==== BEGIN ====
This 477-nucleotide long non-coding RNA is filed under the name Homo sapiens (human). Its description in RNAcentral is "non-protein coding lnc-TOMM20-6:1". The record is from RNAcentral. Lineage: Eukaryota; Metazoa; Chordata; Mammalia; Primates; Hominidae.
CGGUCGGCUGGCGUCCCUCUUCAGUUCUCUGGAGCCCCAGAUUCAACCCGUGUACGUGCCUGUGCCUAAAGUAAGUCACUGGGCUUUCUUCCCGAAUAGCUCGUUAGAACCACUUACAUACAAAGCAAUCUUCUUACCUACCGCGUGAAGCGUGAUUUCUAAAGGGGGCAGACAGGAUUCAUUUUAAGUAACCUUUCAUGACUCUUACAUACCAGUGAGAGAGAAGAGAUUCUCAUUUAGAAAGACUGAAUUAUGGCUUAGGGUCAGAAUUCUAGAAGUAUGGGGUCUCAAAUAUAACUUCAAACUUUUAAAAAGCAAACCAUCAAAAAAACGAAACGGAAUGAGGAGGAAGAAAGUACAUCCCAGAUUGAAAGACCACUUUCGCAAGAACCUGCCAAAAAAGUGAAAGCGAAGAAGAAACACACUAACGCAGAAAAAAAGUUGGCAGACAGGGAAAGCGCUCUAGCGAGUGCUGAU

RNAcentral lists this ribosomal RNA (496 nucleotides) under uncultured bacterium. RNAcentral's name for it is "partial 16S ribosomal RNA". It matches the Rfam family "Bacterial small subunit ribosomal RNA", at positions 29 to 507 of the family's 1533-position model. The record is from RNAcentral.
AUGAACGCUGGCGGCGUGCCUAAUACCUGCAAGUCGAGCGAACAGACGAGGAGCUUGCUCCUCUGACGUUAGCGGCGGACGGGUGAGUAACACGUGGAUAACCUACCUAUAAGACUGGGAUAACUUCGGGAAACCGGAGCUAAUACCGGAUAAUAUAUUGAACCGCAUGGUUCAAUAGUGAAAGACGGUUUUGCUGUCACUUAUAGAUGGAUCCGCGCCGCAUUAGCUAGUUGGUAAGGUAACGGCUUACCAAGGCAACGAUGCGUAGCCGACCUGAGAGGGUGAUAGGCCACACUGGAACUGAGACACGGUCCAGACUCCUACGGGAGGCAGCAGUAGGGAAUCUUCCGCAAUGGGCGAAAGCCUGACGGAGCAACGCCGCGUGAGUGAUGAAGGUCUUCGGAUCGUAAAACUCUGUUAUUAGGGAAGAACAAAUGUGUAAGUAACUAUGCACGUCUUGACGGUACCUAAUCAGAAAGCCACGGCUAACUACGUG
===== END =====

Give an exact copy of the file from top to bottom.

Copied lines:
This 477-nucleotide long non-coding RNA is filed under the name Homo sapiens (human). Its description in RNAcentral is "non-protein coding lnc-TOMM20-6:1". The record is from RNAcentral. Lineage: Eukaryota; Metazoa; Chordata; Mammalia; Primates; Hominidae.
CGGUCGGCUGGCGUCCCUCUUCAGUUCUCUGGAGCCCCAGAUUCAACCCGUGUACGUGCCUGUGCCUAAAGUAAGUCACUGGGCUUUCUUCCCGAAUAGCUCGUUAGAACCACUUACAUACAAAGCAAUCUUCUUACCUACCGCGUGAAGCGUGAUUUCUAAAGGGGGCAGACAGGAUUCAUUUUAAGUAACCUUUCAUGACUCUUACAUACCAGUGAGAGAGAAGAGAUUCUCAUUUAGAAAGACUGAAUUAUGGCUUAGGGUCAGAAUUCUAGAAGUAUGGGGUCUCAAAUAUAACUUCAAACUUUUAAAAAGCAAACCAUCAAAAAAACGAAACGGAAUGAGGAGGAAGAAAGUACAUCCCAGAUUGAAAGACCACUUUCGCAAGAACCUGCCAAAAAAGUGAAAGCGAAGAAGAAACACACUAACGCAGAAAAAAAGUUGGCAGACAGGGAAAGCGCUCUAGCGAGUGCUGAU

RNAcentral lists this ribosomal RNA (496 nucleotides) under uncultured bacterium. RNAcentral's name for it is "partial 16S ribosomal RNA". It matches the Rfam family "Bacterial small subunit ribosomal RNA", at positions 29 to 507 of the family's 1533-position model. The record is from RNAcentral.
AUGAACGCUGGCGGCGUGCCUAAUACCUGCAAGUCGAGCGAACAGACGAGGAGCUUGCUCCUCUGACGUUAGCGGCGGACGGGUGAGUAACACGUGGAUAACCUACCUAUAAGACUGGGAUAACUUCGGGAAACCGGAGCUAAUACCGGAUAAUAUAUUGAACCGCAUGGUUCAAUAGUGAAAGACGGUUUUGCUGUCACUUAUAGAUGGAUCCGCGCCGCAUUAGCUAGUUGGUAAGGUAACGGCUUACCAAGGCAACGAUGCGUAGCCGACCUGAGAGGGUGAUAGGCCACACUGGAACUGAGACACGGUCCAGACUCCUACGGGAGGCAGCAGUAGGGAAUCUUCCGCAAUGGGCGAAAGCCUGACGGAGCAACGCCGCGUGAGUGAUGAAGGUCUUCGGAUCGUAAAACUCUGUUAUUAGGGAAGAACAAAUGUGUAAGUAACUAUGCACGUCUUGACGGUACCUAAUCAGAAAGCCACGGCUAACUACGUG